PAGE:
There is no ‘right answer’ as to how much is ’sufficient’. 2. Would taxpayers prefer to spend their money on other things?I guess the answer to this question is ‘Yes’; but let’s give taxpayers the choice and see. The concept of opportunity cost is important.

What’s fascinating is that a lot of avant garde classical music is not state subsidised, but brought out by small labels like Kairosmusic in Germany. It is actually ‘establishment’ music that gets most of the subsidy, whilst the groundbreaking stuff makes it own way and only starts to get subsidised when it becomes respectable and when, one would have thought, it was in less need of the support. Where’s the economic logic in this?

The obvious solution is to abolish the Arts Council. It’s difficult to see any good reason why the government should be involved in the arts at all. If anything artistic achievement has been undermined by state funding – just look at classical music.

Subsidising the arts is a good investment. But in a different way than is usually presented.
Inasmuch as state-sponsored artists convey a political message (many of them don’t, of course), it most often consists of raising fear of big corporations, free trade, global warming, discrimination and what have you. This contributes to a climate in which raising taxes and imposing more regulation is no longer viewed as oppressive and patronising, but as progressive and liberating.
I don’t believe this is a conscious strategy. But if I was a politician eager to maximise the power of the state, I would quadruple art subsidies.

Of course sport is getting on the bandwagon too. Particularly obnoxious is the way in which the Welsh assembly subsidised Glamorgan to bid for a test match. This is a zero sum game conducted with taxpayers money that, ultimately, sucks money out of county cricket clubs (because the non-subsidised ones have to raise their bids to compete) to provide more money to the central body (the ECB) with a deadweight cost to the taxpayer. Ironic really when the main economic justification for subsidising sport is to do so at the grass roots level.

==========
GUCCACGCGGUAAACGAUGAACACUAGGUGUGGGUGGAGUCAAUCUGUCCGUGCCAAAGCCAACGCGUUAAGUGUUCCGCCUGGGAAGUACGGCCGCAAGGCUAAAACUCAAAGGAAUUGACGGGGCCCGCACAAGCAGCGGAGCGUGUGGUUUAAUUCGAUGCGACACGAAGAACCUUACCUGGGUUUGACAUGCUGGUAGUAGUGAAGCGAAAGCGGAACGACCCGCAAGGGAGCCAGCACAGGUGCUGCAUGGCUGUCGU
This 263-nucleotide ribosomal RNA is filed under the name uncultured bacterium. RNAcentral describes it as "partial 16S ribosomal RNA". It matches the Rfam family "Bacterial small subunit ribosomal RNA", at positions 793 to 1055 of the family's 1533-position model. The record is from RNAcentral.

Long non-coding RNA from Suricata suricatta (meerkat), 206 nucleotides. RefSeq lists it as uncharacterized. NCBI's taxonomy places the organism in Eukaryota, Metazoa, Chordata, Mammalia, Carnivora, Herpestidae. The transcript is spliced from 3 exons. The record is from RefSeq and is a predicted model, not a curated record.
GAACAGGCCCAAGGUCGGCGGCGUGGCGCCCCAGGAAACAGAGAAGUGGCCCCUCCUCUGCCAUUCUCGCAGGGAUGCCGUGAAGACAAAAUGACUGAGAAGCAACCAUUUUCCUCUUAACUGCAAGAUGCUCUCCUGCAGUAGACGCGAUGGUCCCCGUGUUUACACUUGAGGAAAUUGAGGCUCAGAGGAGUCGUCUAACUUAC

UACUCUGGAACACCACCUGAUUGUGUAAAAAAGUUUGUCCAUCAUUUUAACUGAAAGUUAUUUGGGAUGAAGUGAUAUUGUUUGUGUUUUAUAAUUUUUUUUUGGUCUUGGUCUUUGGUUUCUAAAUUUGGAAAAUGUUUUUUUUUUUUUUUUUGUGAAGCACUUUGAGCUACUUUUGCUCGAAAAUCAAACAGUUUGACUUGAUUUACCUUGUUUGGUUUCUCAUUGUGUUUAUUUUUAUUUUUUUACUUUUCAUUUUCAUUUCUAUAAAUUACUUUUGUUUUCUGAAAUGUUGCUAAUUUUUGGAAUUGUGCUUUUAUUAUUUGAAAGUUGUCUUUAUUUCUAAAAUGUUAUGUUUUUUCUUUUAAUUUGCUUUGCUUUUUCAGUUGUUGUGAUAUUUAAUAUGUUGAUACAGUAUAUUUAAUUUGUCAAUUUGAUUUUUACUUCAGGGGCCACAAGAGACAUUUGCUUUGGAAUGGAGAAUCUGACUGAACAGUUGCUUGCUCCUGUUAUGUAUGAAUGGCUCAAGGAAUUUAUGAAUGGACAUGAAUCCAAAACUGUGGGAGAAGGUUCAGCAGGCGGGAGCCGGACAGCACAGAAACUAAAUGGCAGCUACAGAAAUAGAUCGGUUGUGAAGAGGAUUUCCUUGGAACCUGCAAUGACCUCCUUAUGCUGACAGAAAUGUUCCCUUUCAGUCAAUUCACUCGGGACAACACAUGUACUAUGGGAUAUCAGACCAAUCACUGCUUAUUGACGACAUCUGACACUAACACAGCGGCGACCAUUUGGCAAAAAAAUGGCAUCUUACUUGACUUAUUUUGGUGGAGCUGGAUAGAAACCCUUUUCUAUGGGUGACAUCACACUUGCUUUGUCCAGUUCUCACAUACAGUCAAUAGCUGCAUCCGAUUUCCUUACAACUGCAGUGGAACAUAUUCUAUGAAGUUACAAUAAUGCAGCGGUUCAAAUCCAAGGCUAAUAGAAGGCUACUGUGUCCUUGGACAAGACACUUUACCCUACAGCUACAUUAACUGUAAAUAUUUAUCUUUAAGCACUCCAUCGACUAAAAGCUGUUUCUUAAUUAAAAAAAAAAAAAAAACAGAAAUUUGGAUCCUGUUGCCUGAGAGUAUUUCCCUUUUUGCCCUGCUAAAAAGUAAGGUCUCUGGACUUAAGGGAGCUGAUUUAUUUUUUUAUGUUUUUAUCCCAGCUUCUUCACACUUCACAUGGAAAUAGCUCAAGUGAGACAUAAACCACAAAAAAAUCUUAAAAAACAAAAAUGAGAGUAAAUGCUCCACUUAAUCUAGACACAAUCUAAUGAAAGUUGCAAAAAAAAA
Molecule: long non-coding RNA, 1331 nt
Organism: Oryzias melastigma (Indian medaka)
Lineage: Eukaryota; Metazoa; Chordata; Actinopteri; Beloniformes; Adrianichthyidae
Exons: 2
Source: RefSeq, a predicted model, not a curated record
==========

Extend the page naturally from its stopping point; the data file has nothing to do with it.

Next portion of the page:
There seem to be two main questions: 1. Would ‘the arts’ be sufficiently supported without state subsidies financed by taxpayers?In a much richer society the current generation (individually or collectively) seems more able to ‘afford’ to support the arts than earlier generations. So there is no need for politicians to elbow their way into making decisions on this, as they do on so much else.
There is no ‘right answer’ as to how much is ’sufficient’. 2. Would taxpayers prefer to spend their money on other things?I guess the answer to this question is ‘Yes’; but let’s give taxpayers the choice and see. The concept of opportunity cost is important.

What’s fascinating is that a lot of avant garde classical music is not state subsidised, but brought out by small labels like Kairosmusic in Germany. It is actually ‘establishment’ music that gets most of the subsidy, whilst the groundbreaking stuff makes it own way and only starts to get subsidised when it becomes respectable and when, one would have thought, it was in less need of the support. Where’s the economic logic in this?